Science-fiction is a bit different. There are often good characters and bad characters, but whereas in fantasy the evil part is usually an outside force, in sci-fi the “evil” or antagonistic force can be internal. Take Phillip K. Dick’s short story The Frozen Journey, also known as I Hope I Shall Arrive Soon. In this story, a man named Victor Kemmings is in cryostasis when something goes wrong and he is partially woken up. Due to how long their journey is to take, the AI of the ship keeps replaying memories for him in an attempt to keep him asleep and sane. But Kemmings’ guilt over past actions keeps spoiling the memories, forcing reality back in. Eventually the AI gets desperate and puts Kemmings through a loop of himself arriving at his destination so many times that when he finally gets there, he can’t convince himself that it’s real. In this story, there is no outside evil force.
But fantasy is also allowed a little bit of leeway with this as well. In general, fantasy often has the sides set in stone, as in this side is good, this side is evil. But in the Song of Ice and Fire books (otherwise known as the Game of Thrones series), pretty much everyone is a self-serving jerk. Those people who actually have a good nature are usually killed off fairly quickly. And then there’s also the Drizzt series of books, focusing on a dark elf main character who is not exactly the epitome of niceness.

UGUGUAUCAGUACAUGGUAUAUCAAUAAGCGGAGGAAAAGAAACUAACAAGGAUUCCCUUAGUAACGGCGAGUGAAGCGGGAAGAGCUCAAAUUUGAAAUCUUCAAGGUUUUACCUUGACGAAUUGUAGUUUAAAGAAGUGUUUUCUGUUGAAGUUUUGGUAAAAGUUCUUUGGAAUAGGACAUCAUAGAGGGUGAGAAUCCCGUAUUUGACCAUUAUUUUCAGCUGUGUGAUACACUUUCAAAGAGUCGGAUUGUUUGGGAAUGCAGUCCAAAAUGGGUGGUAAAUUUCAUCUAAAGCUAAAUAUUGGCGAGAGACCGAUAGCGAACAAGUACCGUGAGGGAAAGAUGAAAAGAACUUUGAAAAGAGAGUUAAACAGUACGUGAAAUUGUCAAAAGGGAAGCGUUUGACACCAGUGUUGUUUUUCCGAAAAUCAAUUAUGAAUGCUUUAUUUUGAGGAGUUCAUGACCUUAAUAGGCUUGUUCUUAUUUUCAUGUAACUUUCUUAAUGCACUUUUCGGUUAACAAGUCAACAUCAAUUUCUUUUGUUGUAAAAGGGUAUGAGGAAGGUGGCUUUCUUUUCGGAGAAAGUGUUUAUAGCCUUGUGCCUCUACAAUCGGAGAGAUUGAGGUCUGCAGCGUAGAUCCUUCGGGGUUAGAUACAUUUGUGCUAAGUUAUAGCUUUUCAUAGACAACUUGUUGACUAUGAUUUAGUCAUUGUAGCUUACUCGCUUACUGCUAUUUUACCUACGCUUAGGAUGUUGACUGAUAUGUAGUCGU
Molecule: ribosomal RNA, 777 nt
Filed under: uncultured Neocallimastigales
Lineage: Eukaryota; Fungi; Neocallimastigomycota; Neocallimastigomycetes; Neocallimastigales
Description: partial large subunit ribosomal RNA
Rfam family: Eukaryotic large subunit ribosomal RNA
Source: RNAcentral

So while each genre has a set of tropes or standards that they usually draw from, there is a lot of wiggle room for them to expand and try new ideas.
While fantasy and science-fiction are considered separate genres, in reality the two mix together a lot more than most people realize. It’s not a cut and dry “this is fantasy this is science-fiction” type of world. There are stories that can be classified as science-fiction that have fantasy elements to them, and vice versa. And the three criteria I used today are by no means the only ones. There is so much more that goes into both of these genres, so many different worlds they can create. And all it takes is a little imagination.
Imagination is at the root of all storytelling.
Well that’s all I have for you this time. Check back next Wednesday for another post and as always, have a wonderful week!